King was known as The Lion In Winter, remaining a force of nature even throughout his 80s with a work schedule - and ethic - that qualified him as one of the country's most active seniors.

But, as he admitted himself, there had been a transformation over the decades. "The B.B. King That Was" was a different take on blues compared to the 2008 version, "The B.B. King That Is."

King, who first started recording in 1949, considered the idea of returning to his 1950s persona very carefully. "Times and the music have changed so much but those old records still sound pretty good," he admitted. To make sure the process worked in recent times, Burnett and King replicated the kind of blues band King had back in the day (Since 1955, King has always carried his own band on the road, on his payroll). Studio conditions of the time were reproduced (Burnett, as always, obsessive about how sound sounds). Recording was live in studio with King's voice and guitar up front, lots of single string runs from the master, call and response from guitar and the horn section congregation. Included were Dr. John (Mac Rebennack) night tripping away on New Orleans piano, go-to session bass player Nathan East (Eric Clapton, etc) on stand up acoustic bass and equally in-demand drummer Jim Keltner (Beatles, Stones, etc) bringing the best of his r&b chops to the occasion.

Said King afterwards: "It was one of the most relaxed sessions I've had in a long time. As I read in the Bible, one on one accord. It didn't seem like we were working, like we were creating. It was like it was already there. Everybody was ready for it. Half of us had never heard the tunes but we got right into it."

"I was surrounded by a lot of my favorite people. Dr. John is a lifelong friend. Nobody like the Doc. He seems to just read my mind. T. Bone has the know how, don't mind letting you be yourself. Like a blind man, if he's walking a straight line you don't really have to hold his arm. But if he starts to move either way, you have to straighten him out. T. Bone produces that way."

The search for King's musical genealogy actually traveled further back than the 1950s. After presenting King with a 200 song list from which to pick the final 12, Burnett noted: "We went to the beginning of the last century to find the songs he used to do. Records he loved when he was growing up." A literally true statement. The CD's title is taken from the first single, "See That My Grave Is Kept Clean," recorded by Blind Lemon Jefferson in 1927. B.B. King first heard it on his Aunt Mimy Stells' console Victrola (a wind-up gramophone) when he was probably around 14 years old. Impact was immediate and lasting. As King told writer Stanley Dance: "I had a young aunt who was just like the teenagers of today - you know, buying all the popular records. And that's how I heard blues people like Blind Lemon Jefferson, Lonnie Johnson and Robert Johnson. Out of her record collection, Blind Lemon came to be one of the guys who would stay with me all the time."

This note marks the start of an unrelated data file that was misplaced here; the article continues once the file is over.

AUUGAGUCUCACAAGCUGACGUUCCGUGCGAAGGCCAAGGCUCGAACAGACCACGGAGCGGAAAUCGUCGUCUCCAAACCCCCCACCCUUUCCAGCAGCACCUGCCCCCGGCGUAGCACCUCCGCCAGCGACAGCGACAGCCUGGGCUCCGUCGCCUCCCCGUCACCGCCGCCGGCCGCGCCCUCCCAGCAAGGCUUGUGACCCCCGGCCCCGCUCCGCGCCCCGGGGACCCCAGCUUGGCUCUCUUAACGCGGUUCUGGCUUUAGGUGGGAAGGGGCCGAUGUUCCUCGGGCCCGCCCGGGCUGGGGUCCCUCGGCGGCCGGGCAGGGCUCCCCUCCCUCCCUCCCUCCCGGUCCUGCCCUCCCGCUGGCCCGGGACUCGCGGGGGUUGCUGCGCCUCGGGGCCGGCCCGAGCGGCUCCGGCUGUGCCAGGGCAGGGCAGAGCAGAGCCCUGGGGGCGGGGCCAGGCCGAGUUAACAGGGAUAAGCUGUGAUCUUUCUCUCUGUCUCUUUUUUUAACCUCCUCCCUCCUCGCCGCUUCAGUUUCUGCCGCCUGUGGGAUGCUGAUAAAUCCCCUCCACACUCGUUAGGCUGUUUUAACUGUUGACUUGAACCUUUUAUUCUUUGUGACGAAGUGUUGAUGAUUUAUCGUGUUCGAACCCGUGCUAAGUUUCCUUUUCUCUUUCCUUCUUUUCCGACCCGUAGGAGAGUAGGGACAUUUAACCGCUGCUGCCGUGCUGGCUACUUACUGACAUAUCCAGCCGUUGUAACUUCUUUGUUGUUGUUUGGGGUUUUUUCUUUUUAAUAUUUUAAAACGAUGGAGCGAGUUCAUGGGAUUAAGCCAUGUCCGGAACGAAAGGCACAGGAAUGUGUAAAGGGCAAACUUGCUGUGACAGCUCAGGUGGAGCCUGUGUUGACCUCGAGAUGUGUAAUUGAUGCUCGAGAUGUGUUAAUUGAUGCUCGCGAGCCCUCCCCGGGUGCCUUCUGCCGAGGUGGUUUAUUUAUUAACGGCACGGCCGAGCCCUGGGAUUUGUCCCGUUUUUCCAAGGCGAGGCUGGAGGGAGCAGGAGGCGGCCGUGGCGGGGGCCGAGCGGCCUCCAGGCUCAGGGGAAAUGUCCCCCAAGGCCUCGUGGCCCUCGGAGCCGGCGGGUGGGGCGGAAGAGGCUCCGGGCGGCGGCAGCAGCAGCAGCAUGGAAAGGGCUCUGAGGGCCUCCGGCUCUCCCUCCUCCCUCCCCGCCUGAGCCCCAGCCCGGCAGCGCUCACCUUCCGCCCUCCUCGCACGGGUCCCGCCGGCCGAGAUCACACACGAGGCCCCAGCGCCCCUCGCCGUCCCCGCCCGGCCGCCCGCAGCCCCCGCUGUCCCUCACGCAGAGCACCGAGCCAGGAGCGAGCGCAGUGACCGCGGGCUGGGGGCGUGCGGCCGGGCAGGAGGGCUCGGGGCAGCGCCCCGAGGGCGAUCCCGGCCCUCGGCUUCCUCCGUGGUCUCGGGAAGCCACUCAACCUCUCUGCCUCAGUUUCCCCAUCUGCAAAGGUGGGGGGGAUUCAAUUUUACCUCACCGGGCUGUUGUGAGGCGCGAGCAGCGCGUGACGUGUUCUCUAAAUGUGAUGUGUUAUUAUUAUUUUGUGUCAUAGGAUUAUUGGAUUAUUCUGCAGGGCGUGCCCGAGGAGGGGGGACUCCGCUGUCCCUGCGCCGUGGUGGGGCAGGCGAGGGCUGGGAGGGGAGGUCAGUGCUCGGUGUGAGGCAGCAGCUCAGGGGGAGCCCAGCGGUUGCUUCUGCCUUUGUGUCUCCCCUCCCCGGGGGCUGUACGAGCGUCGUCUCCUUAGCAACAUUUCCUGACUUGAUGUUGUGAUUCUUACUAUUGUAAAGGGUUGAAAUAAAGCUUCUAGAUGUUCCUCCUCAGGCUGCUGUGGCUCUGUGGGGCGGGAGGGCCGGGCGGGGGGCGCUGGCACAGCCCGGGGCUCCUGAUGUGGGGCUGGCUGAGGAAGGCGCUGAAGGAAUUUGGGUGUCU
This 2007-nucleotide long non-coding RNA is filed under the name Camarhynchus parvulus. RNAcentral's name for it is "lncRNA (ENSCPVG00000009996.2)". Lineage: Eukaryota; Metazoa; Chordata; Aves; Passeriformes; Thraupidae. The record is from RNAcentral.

Other influentials represented on One Kind Favor include virtuoso guitar player and singer, the aforementioned Lonnie Johnson and Texas musician Aaron T Bone Walker, who is most represented on the CD with four titles. "I used to try my best to play like Lonnie Johnson and T Bone Walker and I could never really make it," King once explained. "My fingers just wouldn't do it. Say I had stupid fingers. But if I could have copied them I would have. Instead I just got ideas from them."

King found it easy to recall the moments of epiphany that changed him. T Bone Walker, for instance, the musician who truly introduced the blues to the electric guitar and electric guitarists to the blues. "I can still hear T Bone in my mind today from the first record I heard, around '43 or '44. I tried my best to get that sound, especially in the late 40s and early 50s. He made me so that I just knew I had to go out and get an electric guitar," King once remarked.

The names found within the music of One Kind Favor read like an honor roll of American blues. The Mississippi Sheiks ("Sitting On Top of the World" -1930, "The World Is Gone Wrong" -1931), unknown today but a blues/country/string/hokum band from the very early 1930s, of considerable popularity in their time. "Backwater Blues," written and recorded in 1927 by "Empress of the Blues," Bessie Smith, has King giving a nod to the version by Chicago blues singer, Big Bill Broonzy. Similarly "Blues Before Sunrise," the classic Leroy Carr composition (recorded by him in 1934) pays deference to King contemporary John Lee Hooker's version. The blues information originally obtained by King from these, and other mentors, provided him with the tools to equal and overtake them and to change the modern blues landscape.

On September 10 2008, he officially opened the B.B. King Museum and Delta